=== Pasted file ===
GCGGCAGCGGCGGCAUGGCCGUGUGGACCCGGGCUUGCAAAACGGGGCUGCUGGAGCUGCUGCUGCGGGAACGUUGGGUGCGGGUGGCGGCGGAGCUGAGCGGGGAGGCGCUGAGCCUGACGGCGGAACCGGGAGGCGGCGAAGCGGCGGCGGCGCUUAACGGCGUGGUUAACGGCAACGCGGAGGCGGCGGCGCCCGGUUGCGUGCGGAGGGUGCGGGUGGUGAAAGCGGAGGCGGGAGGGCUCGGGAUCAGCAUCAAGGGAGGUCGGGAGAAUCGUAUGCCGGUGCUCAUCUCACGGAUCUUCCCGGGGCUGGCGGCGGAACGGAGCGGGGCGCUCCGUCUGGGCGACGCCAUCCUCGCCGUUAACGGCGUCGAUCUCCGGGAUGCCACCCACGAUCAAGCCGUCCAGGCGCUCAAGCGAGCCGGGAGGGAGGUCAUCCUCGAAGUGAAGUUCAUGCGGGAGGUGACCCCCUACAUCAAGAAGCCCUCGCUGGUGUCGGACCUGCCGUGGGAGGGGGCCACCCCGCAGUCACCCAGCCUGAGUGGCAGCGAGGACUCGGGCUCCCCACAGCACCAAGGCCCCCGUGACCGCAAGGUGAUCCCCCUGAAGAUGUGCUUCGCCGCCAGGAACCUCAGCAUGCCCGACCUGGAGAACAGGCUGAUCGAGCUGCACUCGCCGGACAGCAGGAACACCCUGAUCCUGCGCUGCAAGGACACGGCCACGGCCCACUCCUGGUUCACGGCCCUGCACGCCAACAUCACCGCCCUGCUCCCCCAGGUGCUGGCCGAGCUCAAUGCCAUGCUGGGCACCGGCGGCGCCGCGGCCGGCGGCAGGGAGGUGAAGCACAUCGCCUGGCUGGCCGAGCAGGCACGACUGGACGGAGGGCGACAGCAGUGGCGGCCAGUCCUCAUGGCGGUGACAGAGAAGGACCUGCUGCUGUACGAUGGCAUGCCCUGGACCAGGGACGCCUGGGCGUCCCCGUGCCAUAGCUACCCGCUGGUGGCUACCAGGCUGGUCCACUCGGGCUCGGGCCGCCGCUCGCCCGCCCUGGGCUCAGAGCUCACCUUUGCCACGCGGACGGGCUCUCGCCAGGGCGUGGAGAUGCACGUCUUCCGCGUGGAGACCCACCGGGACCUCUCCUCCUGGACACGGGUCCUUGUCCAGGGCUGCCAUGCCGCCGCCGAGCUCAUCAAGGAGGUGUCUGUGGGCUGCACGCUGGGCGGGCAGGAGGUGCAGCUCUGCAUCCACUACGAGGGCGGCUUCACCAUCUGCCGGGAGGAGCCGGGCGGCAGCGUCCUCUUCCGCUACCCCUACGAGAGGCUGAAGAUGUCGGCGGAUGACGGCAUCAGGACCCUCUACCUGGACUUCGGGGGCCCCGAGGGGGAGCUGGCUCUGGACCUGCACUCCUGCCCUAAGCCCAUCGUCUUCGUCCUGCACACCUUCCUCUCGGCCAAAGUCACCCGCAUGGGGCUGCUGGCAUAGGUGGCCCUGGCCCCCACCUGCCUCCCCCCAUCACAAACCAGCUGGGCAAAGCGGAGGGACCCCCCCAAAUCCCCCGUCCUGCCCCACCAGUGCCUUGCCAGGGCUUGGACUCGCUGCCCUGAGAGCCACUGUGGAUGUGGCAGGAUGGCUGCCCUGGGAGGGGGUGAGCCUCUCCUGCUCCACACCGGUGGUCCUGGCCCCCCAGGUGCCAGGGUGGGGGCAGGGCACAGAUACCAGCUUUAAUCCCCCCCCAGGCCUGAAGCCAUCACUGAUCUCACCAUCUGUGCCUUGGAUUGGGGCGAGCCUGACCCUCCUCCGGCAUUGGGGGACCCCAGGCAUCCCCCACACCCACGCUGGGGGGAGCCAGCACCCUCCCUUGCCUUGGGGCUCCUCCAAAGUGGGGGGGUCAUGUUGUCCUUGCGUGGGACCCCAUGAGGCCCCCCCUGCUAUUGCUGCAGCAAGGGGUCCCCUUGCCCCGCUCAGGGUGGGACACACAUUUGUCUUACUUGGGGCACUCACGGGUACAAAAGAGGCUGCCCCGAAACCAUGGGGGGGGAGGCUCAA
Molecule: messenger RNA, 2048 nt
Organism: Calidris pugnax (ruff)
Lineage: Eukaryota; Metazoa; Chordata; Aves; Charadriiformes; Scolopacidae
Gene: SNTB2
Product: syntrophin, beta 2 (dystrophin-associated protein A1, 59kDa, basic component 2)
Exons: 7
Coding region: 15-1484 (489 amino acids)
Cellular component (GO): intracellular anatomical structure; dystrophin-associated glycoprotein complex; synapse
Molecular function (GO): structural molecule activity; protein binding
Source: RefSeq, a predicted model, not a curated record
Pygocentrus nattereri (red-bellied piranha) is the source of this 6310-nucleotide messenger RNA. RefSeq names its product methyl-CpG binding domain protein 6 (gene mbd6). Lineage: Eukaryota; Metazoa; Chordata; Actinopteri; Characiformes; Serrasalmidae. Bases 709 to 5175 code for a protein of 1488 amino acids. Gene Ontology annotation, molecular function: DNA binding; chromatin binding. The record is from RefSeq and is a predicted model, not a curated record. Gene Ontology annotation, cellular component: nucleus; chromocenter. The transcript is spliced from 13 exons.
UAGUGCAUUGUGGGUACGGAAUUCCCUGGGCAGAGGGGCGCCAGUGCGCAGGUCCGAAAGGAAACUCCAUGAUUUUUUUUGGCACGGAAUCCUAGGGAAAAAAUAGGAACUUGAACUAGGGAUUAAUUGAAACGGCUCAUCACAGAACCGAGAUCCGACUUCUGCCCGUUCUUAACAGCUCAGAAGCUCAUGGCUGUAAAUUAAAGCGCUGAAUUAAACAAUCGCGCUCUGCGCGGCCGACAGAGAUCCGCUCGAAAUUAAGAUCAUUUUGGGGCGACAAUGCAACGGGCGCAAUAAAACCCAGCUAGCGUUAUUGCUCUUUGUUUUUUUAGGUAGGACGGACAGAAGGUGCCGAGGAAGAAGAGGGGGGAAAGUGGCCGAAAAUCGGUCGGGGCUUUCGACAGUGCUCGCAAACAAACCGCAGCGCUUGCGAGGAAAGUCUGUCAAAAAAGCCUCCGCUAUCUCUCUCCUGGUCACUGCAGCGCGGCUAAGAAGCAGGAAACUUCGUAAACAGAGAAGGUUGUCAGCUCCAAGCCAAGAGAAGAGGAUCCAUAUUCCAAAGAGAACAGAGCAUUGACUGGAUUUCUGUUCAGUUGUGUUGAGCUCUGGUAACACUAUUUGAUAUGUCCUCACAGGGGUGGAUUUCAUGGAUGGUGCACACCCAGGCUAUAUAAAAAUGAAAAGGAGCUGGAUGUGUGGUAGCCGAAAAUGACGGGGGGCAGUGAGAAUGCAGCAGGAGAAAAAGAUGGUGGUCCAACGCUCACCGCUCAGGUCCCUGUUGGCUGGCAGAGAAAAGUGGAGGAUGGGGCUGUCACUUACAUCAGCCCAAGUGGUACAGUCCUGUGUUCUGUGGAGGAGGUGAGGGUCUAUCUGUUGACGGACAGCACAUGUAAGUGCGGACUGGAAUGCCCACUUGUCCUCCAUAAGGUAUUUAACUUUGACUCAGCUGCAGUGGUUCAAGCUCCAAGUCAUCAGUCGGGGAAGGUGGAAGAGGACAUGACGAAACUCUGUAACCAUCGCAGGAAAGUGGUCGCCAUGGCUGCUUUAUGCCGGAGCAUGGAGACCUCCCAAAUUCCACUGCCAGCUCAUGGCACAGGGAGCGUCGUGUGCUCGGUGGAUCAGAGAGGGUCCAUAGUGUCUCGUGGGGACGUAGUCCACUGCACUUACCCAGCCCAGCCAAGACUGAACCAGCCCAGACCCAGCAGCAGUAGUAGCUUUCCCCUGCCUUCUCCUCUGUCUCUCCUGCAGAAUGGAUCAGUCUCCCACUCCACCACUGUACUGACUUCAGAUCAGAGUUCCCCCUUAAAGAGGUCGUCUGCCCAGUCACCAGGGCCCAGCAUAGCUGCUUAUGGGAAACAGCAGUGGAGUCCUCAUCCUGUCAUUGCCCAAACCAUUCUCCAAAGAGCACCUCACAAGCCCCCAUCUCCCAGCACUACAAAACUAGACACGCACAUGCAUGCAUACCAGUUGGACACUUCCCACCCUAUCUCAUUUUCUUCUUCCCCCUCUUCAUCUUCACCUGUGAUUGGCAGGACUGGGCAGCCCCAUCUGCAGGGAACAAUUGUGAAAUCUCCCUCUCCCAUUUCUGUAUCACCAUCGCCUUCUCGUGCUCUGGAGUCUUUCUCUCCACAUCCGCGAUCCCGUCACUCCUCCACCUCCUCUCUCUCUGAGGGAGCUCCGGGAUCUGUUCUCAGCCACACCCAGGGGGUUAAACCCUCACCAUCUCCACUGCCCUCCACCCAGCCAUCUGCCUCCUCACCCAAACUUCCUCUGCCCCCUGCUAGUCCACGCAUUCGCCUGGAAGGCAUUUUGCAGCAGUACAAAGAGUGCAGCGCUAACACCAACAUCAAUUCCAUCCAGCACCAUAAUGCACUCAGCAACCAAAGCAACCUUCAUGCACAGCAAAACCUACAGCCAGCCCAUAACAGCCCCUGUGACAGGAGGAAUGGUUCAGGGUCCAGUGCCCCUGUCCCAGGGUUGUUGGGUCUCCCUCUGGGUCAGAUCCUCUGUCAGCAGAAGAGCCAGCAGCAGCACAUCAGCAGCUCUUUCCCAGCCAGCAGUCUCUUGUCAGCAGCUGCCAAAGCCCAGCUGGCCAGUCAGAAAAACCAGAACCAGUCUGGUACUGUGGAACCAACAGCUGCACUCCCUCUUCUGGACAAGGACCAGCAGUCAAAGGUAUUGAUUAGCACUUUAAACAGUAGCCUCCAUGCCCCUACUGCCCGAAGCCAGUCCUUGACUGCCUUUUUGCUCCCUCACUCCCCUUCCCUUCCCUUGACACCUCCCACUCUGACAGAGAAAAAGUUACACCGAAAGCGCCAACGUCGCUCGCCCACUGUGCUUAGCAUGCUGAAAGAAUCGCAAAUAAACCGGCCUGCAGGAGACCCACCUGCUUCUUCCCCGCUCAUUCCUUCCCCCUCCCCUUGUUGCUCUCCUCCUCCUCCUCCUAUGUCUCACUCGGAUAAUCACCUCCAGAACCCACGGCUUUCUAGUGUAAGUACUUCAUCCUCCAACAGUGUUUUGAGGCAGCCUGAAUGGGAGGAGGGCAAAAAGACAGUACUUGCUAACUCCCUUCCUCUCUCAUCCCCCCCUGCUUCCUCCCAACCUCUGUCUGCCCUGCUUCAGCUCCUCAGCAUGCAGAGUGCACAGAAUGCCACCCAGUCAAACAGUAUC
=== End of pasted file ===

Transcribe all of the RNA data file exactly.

GCGGCAGCGGCGGCAUGGCCGUGUGGACCCGGGCUUGCAAAACGGGGCUGCUGGAGCUGCUGCUGCGGGAACGUUGGGUGCGGGUGGCGGCGGAGCUGAGCGGGGAGGCGCUGAGCCUGACGGCGGAACCGGGAGGCGGCGAAGCGGCGGCGGCGCUUAACGGCGUGGUUAACGGCAACGCGGAGGCGGCGGCGCCCGGUUGCGUGCGGAGGGUGCGGGUGGUGAAAGCGGAGGCGGGAGGGCUCGGGAUCAGCAUCAAGGGAGGUCGGGAGAAUCGUAUGCCGGUGCUCAUCUCACGGAUCUUCCCGGGGCUGGCGGCGGAACGGAGCGGGGCGCUCCGUCUGGGCGACGCCAUCCUCGCCGUUAACGGCGUCGAUCUCCGGGAUGCCACCCACGAUCAAGCCGUCCAGGCGCUCAAGCGAGCCGGGAGGGAGGUCAUCCUCGAAGUGAAGUUCAUGCGGGAGGUGACCCCCUACAUCAAGAAGCCCUCGCUGGUGUCGGACCUGCCGUGGGAGGGGGCCACCCCGCAGUCACCCAGCCUGAGUGGCAGCGAGGACUCGGGCUCCCCACAGCACCAAGGCCCCCGUGACCGCAAGGUGAUCCCCCUGAAGAUGUGCUUCGCCGCCAGGAACCUCAGCAUGCCCGACCUGGAGAACAGGCUGAUCGAGCUGCACUCGCCGGACAGCAGGAACACCCUGAUCCUGCGCUGCAAGGACACGGCCACGGCCCACUCCUGGUUCACGGCCCUGCACGCCAACAUCACCGCCCUGCUCCCCCAGGUGCUGGCCGAGCUCAAUGCCAUGCUGGGCACCGGCGGCGCCGCGGCCGGCGGCAGGGAGGUGAAGCACAUCGCCUGGCUGGCCGAGCAGGCACGACUGGACGGAGGGCGACAGCAGUGGCGGCCAGUCCUCAUGGCGGUGACAGAGAAGGACCUGCUGCUGUACGAUGGCAUGCCCUGGACCAGGGACGCCUGGGCGUCCCCGUGCCAUAGCUACCCGCUGGUGGCUACCAGGCUGGUCCACUCGGGCUCGGGCCGCCGCUCGCCCGCCCUGGGCUCAGAGCUCACCUUUGCCACGCGGACGGGCUCUCGCCAGGGCGUGGAGAUGCACGUCUUCCGCGUGGAGACCCACCGGGACCUCUCCUCCUGGACACGGGUCCUUGUCCAGGGCUGCCAUGCCGCCGCCGAGCUCAUCAAGGAGGUGUCUGUGGGCUGCACGCUGGGCGGGCAGGAGGUGCAGCUCUGCAUCCACUACGAGGGCGGCUUCACCAUCUGCCGGGAGGAGCCGGGCGGCAGCGUCCUCUUCCGCUACCCCUACGAGAGGCUGAAGAUGUCGGCGGAUGACGGCAUCAGGACCCUCUACCUGGACUUCGGGGGCCCCGAGGGGGAGCUGGCUCUGGACCUGCACUCCUGCCCUAAGCCCAUCGUCUUCGUCCUGCACACCUUCCUCUCGGCCAAAGUCACCCGCAUGGGGCUGCUGGCAUAGGUGGCCCUGGCCCCCACCUGCCUCCCCCCAUCACAAACCAGCUGGGCAAAGCGGAGGGACCCCCCCAAAUCCCCCGUCCUGCCCCACCAGUGCCUUGCCAGGGCUUGGACUCGCUGCCCUGAGAGCCACUGUGGAUGUGGCAGGAUGGCUGCCCUGGGAGGGGGUGAGCCUCUCCUGCUCCACACCGGUGGUCCUGGCCCCCCAGGUGCCAGGGUGGGGGCAGGGCACAGAUACCAGCUUUAAUCCCCCCCCAGGCCUGAAGCCAUCACUGAUCUCACCAUCUGUGCCUUGGAUUGGGGCGAGCCUGACCCUCCUCCGGCAUUGGGGGACCCCAGGCAUCCCCCACACCCACGCUGGGGGGAGCCAGCACCCUCCCUUGCCUUGGGGCUCCUCCAAAGUGGGGGGGUCAUGUUGUCCUUGCGUGGGACCCCAUGAGGCCCCCCCUGCUAUUGCUGCAGCAAGGGGUCCCCUUGCCCCGCUCAGGGUGGGACACACAUUUGUCUUACUUGGGGCACUCACGGGUACAAAAGAGGCUGCCCCGAAACCAUGGGGGGGGAGGCUCAA
Molecule: messenger RNA, 2048 nt
Organism: Calidris pugnax (ruff)
Lineage: Eukaryota; Metazoa; Chordata; Aves; Charadriiformes; Scolopacidae
Gene: SNTB2
Product: syntrophin, beta 2 (dystrophin-associated protein A1, 59kDa, basic component 2)
Exons: 7
Coding region: 15-1484 (489 amino acids)
Cellular component (GO): intracellular anatomical structure; dystrophin-associated glycoprotein complex; synapse
Molecular function (GO): structural molecule activity; protein binding
Source: RefSeq, a predicted model, not a curated record
Pygocentrus nattereri (red-bellied piranha) is the source of this 6310-nucleotide messenger RNA. RefSeq names its product methyl-CpG binding domain protein 6 (gene mbd6). Lineage: Eukaryota; Metazoa; Chordata; Actinopteri; Characiformes; Serrasalmidae. Bases 709 to 5175 code for a protein of 1488 amino acids. Gene Ontology annotation, molecular function: DNA binding; chromatin binding. The record is from RefSeq and is a predicted model, not a curated record. Gene Ontology annotation, cellular component: nucleus; chromocenter. The transcript is spliced from 13 exons.
UAGUGCAUUGUGGGUACGGAAUUCCCUGGGCAGAGGGGCGCCAGUGCGCAGGUCCGAAAGGAAACUCCAUGAUUUUUUUUGGCACGGAAUCCUAGGGAAAAAAUAGGAACUUGAACUAGGGAUUAAUUGAAACGGCUCAUCACAGAACCGAGAUCCGACUUCUGCCCGUUCUUAACAGCUCAGAAGCUCAUGGCUGUAAAUUAAAGCGCUGAAUUAAACAAUCGCGCUCUGCGCGGCCGACAGAGAUCCGCUCGAAAUUAAGAUCAUUUUGGGGCGACAAUGCAACGGGCGCAAUAAAACCCAGCUAGCGUUAUUGCUCUUUGUUUUUUUAGGUAGGACGGACAGAAGGUGCCGAGGAAGAAGAGGGGGGAAAGUGGCCGAAAAUCGGUCGGGGCUUUCGACAGUGCUCGCAAACAAACCGCAGCGCUUGCGAGGAAAGUCUGUCAAAAAAGCCUCCGCUAUCUCUCUCCUGGUCACUGCAGCGCGGCUAAGAAGCAGGAAACUUCGUAAACAGAGAAGGUUGUCAGCUCCAAGCCAAGAGAAGAGGAUCCAUAUUCCAAAGAGAACAGAGCAUUGACUGGAUUUCUGUUCAGUUGUGUUGAGCUCUGGUAACACUAUUUGAUAUGUCCUCACAGGGGUGGAUUUCAUGGAUGGUGCACACCCAGGCUAUAUAAAAAUGAAAAGGAGCUGGAUGUGUGGUAGCCGAAAAUGACGGGGGGCAGUGAGAAUGCAGCAGGAGAAAAAGAUGGUGGUCCAACGCUCACCGCUCAGGUCCCUGUUGGCUGGCAGAGAAAAGUGGAGGAUGGGGCUGUCACUUACAUCAGCCCAAGUGGUACAGUCCUGUGUUCUGUGGAGGAGGUGAGGGUCUAUCUGUUGACGGACAGCACAUGUAAGUGCGGACUGGAAUGCCCACUUGUCCUCCAUAAGGUAUUUAACUUUGACUCAGCUGCAGUGGUUCAAGCUCCAAGUCAUCAGUCGGGGAAGGUGGAAGAGGACAUGACGAAACUCUGUAACCAUCGCAGGAAAGUGGUCGCCAUGGCUGCUUUAUGCCGGAGCAUGGAGACCUCCCAAAUUCCACUGCCAGCUCAUGGCACAGGGAGCGUCGUGUGCUCGGUGGAUCAGAGAGGGUCCAUAGUGUCUCGUGGGGACGUAGUCCACUGCACUUACCCAGCCCAGCCAAGACUGAACCAGCCCAGACCCAGCAGCAGUAGUAGCUUUCCCCUGCCUUCUCCUCUGUCUCUCCUGCAGAAUGGAUCAGUCUCCCACUCCACCACUGUACUGACUUCAGAUCAGAGUUCCCCCUUAAAGAGGUCGUCUGCCCAGUCACCAGGGCCCAGCAUAGCUGCUUAUGGGAAACAGCAGUGGAGUCCUCAUCCUGUCAUUGCCCAAACCAUUCUCCAAAGAGCACCUCACAAGCCCCCAUCUCCCAGCACUACAAAACUAGACACGCACAUGCAUGCAUACCAGUUGGACACUUCCCACCCUAUCUCAUUUUCUUCUUCCCCCUCUUCAUCUUCACCUGUGAUUGGCAGGACUGGGCAGCCCCAUCUGCAGGGAACAAUUGUGAAAUCUCCCUCUCCCAUUUCUGUAUCACCAUCGCCUUCUCGUGCUCUGGAGUCUUUCUCUCCACAUCCGCGAUCCCGUCACUCCUCCACCUCCUCUCUCUCUGAGGGAGCUCCGGGAUCUGUUCUCAGCCACACCCAGGGGGUUAAACCCUCACCAUCUCCACUGCCCUCCACCCAGCCAUCUGCCUCCUCACCCAAACUUCCUCUGCCCCCUGCUAGUCCACGCAUUCGCCUGGAAGGCAUUUUGCAGCAGUACAAAGAGUGCAGCGCUAACACCAACAUCAAUUCCAUCCAGCACCAUAAUGCACUCAGCAACCAAAGCAACCUUCAUGCACAGCAAAACCUACAGCCAGCCCAUAACAGCCCCUGUGACAGGAGGAAUGGUUCAGGGUCCAGUGCCCCUGUCCCAGGGUUGUUGGGUCUCCCUCUGGGUCAGAUCCUCUGUCAGCAGAAGAGCCAGCAGCAGCACAUCAGCAGCUCUUUCCCAGCCAGCAGUCUCUUGUCAGCAGCUGCCAAAGCCCAGCUGGCCAGUCAGAAAAACCAGAACCAGUCUGGUACUGUGGAACCAACAGCUGCACUCCCUCUUCUGGACAAGGACCAGCAGUCAAAGGUAUUGAUUAGCACUUUAAACAGUAGCCUCCAUGCCCCUACUGCCCGAAGCCAGUCCUUGACUGCCUUUUUGCUCCCUCACUCCCCUUCCCUUCCCUUGACACCUCCCACUCUGACAGAGAAAAAGUUACACCGAAAGCGCCAACGUCGCUCGCCCACUGUGCUUAGCAUGCUGAAAGAAUCGCAAAUAAACCGGCCUGCAGGAGACCCACCUGCUUCUUCCCCGCUCAUUCCUUCCCCCUCCCCUUGUUGCUCUCCUCCUCCUCCUCCUAUGUCUCACUCGGAUAAUCACCUCCAGAACCCACGGCUUUCUAGUGUAAGUACUUCAUCCUCCAACAGUGUUUUGAGGCAGCCUGAAUGGGAGGAGGGCAAAAAGACAGUACUUGCUAACUCCCUUCCUCUCUCAUCCCCCCCUGCUUCCUCCCAACCUCUGUCUGCCCUGCUUCAGCUCCUCAGCAUGCAGAGUGCACAGAAUGCCACCCAGUCAAACAGUAUC